Opening a new stadium did not provide enough drama for the Minnesota Vikings. They needed to make sure that anyone new to Vikingdom fully appreciated what it means to follow their team.
So in the past few weeks they lost a franchise quarterback, traded for a franchise quarterback, won a game with a journeyman, beat their primary rivals while unveiling their new stadium in prime time, lost their franchise running back, had another first-round pick undergo surgery, placed another first-round pick on injured reserve, and flew to a city where the home team always wins and there are protests in the streets.
The kids call this “Because Vikings,” or “Going Full Vikings,” but they were doing this long before sentence fragments became cool.
In three weeks the Vikings lost four first-round draft picks to injury — Teddy Bridgewater, Adrian Peterson, Matt Kalil and Sharrif Floyd. Three of those players play offense, already the weak link at Winter Park.
The Vikings did not score an offensive touchdown in their Week 1 victory at Tennessee. Only the immediate symbiosis between Sam Bradford and Stefon Diggs allowed them to reach 17 points in a victory over Green Bay at home.
A season after ranking 29th in total offense, the Vikings rank 28th in total offense, measured by yards gained.
Their running game was abysmal even with a healthy Peterson. Their offensive line is a mess, again. Their receiving corps has yet to produce a proven No. 2 to the fast-rising Diggs. And if Diggs hadn’t made big plays in the first two games it’s unlikely that anyone else would have made them instead.
The Vikings’ lack of star power, production and depth on offense would sound prohibitive if not for the fact that this team was never supposed to set scoring records, or even rank near the top of the league in offense.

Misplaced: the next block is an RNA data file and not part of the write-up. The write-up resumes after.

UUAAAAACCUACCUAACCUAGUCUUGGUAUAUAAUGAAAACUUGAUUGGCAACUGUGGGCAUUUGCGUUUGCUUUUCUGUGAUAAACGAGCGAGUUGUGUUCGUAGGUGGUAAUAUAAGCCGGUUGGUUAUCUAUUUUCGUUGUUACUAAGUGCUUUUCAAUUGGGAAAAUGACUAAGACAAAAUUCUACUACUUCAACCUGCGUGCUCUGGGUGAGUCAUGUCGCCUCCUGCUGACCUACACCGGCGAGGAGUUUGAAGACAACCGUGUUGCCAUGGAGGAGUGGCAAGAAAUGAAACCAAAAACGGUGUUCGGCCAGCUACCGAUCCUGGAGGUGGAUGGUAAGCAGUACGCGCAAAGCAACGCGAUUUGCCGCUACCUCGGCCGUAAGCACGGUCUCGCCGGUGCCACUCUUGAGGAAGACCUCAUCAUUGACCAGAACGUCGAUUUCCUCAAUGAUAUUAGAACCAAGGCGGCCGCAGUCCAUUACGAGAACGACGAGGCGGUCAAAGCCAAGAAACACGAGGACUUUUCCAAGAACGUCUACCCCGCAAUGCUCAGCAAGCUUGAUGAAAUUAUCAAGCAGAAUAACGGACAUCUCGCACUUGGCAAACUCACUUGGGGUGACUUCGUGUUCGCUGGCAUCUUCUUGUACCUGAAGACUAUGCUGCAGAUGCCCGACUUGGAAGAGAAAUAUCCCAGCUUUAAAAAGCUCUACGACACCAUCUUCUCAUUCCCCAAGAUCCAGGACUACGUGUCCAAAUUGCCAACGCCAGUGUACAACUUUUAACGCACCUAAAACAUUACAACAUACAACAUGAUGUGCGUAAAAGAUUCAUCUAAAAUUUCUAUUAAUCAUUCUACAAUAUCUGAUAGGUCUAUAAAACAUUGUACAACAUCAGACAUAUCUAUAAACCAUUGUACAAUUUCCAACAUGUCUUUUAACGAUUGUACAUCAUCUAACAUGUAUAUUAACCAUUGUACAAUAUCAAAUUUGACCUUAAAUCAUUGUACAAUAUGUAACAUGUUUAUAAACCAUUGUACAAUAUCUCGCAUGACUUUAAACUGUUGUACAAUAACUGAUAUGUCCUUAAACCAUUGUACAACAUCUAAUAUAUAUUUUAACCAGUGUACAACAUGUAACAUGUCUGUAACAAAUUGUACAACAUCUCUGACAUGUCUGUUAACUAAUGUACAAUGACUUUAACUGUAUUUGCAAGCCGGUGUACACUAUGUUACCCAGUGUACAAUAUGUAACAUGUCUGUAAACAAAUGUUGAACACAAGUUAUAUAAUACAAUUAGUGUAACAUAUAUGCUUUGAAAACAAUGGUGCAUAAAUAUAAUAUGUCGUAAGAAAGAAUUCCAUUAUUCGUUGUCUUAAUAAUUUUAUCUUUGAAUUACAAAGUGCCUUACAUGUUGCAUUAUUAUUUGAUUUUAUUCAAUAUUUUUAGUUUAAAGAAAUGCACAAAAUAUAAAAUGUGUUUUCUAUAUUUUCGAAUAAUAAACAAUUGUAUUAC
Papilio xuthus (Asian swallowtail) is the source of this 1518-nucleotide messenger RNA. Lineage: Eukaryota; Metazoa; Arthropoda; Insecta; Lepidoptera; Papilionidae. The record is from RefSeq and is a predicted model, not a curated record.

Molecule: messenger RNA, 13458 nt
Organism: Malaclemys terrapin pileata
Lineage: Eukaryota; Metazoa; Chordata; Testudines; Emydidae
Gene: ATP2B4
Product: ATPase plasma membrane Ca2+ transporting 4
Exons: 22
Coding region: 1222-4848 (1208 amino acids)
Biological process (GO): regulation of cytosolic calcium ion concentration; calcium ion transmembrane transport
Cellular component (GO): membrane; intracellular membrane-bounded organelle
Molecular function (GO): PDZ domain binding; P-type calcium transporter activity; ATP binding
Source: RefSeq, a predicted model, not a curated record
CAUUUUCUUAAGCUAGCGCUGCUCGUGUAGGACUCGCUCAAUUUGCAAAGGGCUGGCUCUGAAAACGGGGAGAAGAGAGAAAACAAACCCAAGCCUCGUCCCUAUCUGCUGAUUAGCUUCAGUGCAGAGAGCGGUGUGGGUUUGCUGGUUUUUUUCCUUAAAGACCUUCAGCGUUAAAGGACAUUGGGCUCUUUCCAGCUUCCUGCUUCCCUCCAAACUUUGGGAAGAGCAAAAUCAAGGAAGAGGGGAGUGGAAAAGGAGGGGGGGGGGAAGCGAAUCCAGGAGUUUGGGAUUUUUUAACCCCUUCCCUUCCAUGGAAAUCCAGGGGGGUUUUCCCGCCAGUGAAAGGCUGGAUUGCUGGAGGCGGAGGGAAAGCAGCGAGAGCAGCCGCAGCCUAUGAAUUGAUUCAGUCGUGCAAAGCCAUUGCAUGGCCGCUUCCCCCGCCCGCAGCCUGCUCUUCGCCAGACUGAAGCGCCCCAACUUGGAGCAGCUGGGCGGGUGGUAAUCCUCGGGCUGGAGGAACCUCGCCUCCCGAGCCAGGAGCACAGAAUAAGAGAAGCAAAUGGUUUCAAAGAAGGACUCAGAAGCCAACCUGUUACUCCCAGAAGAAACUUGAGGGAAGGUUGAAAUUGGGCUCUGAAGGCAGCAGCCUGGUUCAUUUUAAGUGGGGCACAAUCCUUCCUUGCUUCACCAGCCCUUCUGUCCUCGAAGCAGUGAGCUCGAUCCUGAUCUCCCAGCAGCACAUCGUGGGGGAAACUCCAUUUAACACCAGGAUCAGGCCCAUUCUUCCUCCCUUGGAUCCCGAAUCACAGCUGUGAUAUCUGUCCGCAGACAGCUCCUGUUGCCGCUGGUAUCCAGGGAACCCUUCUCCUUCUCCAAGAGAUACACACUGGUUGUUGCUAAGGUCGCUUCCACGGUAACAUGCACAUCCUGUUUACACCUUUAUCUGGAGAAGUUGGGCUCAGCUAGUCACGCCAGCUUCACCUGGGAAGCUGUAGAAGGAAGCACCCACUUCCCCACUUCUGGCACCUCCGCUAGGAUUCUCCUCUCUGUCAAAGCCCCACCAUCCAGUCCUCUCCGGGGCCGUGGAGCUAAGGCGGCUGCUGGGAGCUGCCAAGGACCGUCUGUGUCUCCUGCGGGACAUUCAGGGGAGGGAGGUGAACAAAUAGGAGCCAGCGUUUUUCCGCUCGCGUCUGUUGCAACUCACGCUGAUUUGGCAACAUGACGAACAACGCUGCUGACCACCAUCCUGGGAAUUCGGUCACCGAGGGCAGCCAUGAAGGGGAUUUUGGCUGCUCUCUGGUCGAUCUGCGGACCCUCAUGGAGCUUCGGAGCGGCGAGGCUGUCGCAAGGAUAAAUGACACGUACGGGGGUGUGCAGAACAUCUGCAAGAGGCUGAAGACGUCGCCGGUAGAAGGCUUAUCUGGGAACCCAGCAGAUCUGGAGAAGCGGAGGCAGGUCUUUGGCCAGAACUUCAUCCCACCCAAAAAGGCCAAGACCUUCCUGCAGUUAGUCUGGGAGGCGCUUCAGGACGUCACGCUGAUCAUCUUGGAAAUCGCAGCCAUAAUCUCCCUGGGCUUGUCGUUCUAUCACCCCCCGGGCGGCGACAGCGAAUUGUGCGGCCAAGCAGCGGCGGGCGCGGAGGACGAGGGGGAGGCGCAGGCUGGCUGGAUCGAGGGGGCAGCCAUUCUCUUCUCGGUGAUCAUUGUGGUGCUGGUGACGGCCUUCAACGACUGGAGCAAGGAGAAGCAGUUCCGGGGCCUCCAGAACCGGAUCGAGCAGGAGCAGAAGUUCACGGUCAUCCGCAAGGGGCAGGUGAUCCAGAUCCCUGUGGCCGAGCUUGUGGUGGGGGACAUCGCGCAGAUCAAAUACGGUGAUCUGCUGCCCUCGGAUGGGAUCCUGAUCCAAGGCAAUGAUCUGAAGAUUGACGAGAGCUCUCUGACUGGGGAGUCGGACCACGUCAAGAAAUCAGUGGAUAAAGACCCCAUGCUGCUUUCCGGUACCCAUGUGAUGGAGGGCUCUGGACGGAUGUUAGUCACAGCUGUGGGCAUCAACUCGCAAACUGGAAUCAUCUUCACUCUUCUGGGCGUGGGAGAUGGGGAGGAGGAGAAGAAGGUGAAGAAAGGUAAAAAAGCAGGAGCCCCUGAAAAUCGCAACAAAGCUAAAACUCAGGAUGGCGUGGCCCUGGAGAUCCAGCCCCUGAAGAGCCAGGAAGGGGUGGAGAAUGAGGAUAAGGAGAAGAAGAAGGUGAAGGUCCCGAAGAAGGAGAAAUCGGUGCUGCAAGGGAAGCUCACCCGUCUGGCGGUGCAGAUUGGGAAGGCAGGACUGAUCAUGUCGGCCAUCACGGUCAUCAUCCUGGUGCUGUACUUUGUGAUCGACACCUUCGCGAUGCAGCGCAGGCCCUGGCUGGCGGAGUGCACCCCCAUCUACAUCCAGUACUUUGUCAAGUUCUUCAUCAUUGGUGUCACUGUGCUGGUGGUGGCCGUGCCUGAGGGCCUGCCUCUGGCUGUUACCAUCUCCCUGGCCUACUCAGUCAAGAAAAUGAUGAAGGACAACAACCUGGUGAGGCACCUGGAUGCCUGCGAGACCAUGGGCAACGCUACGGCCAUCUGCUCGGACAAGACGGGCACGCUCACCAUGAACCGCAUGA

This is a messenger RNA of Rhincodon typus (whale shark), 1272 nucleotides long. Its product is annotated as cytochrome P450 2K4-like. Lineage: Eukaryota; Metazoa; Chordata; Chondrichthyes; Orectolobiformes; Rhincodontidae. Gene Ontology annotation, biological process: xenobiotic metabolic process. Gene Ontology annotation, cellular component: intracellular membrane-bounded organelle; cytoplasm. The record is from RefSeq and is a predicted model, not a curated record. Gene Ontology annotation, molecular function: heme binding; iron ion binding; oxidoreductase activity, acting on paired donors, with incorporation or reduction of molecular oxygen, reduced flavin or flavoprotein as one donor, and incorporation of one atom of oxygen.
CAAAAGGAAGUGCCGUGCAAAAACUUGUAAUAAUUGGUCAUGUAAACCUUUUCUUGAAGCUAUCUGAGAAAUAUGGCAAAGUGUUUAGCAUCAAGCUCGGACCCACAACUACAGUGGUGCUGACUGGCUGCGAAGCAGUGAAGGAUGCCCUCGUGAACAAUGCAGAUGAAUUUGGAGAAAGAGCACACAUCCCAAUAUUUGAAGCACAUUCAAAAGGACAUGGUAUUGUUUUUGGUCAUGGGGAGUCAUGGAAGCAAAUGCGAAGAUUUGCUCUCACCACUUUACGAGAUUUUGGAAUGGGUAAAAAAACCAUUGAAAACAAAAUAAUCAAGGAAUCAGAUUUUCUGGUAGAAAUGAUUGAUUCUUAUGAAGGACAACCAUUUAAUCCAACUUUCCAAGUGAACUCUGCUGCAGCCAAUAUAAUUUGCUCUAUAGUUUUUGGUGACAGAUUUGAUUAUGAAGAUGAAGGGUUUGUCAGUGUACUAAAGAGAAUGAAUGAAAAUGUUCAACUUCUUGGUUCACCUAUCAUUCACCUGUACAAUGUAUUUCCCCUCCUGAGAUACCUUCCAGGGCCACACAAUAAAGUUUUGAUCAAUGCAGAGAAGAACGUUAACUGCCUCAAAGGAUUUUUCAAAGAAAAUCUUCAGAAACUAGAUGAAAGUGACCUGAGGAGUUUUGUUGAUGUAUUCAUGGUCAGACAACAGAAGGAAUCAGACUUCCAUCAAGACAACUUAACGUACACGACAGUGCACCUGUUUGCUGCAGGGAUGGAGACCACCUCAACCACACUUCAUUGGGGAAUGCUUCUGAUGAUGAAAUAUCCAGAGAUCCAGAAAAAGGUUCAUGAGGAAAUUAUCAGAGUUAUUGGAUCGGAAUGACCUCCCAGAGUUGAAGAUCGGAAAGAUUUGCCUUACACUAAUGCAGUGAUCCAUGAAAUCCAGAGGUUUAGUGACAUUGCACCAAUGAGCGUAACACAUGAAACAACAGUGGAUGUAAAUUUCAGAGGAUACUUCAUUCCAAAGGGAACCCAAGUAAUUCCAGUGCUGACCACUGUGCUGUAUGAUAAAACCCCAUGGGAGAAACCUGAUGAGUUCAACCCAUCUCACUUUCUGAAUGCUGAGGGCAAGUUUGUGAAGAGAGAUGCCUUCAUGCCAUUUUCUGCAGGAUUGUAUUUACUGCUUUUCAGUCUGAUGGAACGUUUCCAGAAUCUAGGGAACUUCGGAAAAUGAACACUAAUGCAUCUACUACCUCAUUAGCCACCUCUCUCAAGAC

For the first time since Tony Dungy worked here in the mid-’90s, the Vikings are built to win with defense. That was the plan the moment Rick Spielman hired Mike Zimmer, and that plan has been in evidence in the Vikings’ style of play since he arrived.
Winning with defense has proved to be a pretty good approach in the NFL of late.
The presence of Peyton Manning in the huddle may have fooled casual observers into thinking he won the last Super Bowl. In fact, he was the definition of a “game manager” on his way to turning the postgame celebration into a beer commercial.
The 2015 Broncos watched their star running back slump, their star quarterback struggle and get hurt and backup Brock Osweiler create a temporary quarterback drama. While the offense provided intrigue, the Broncos won because of defensive coordinator Wade Phillips and a group of defenders who shut down perhaps the greatest quarterback of all time, in Tom Brady, and the greatest quarterback of 2015, in Cam Newton.
Zimmer sounded awed by Denver’s defense on Wednesday, but his bears similarities. The Vikings rely on versatile pass rushers and cornerback depth to confuse quarterbacks and control receivers. The emergence of Trae Waynes and Mackensie Alexander as talented and useful young corners give the Vikings depth at one of football’s most important positions.
The Seattle Seahawks came within one play of winning two consecutive Super Bowls largely because of a superior defense. Before that, the Ravens and 49ers relied on defense to reach Super Bowl XLVII, and the New York Giants held Brady and the Patriots to 17 points the year before.
Defense wins championships? Not by itself, but in the modern NFL it is more necessary than a flashy offense.
Today, the Vikings face an almost unfair test for a new quarterback, running back and left tackle. They face a quality Carolina defense in a stadium where the Panthers haven’t lost since 2014.
The Vikings’ offense once again finds itself in shreds. Two decades after Denny Green called the Vikings’ passing game “The System,” Zimmer has made winning with defense systemic.
Jim Souhan’s podcast can be heard at MalePatternPodcasts.com. On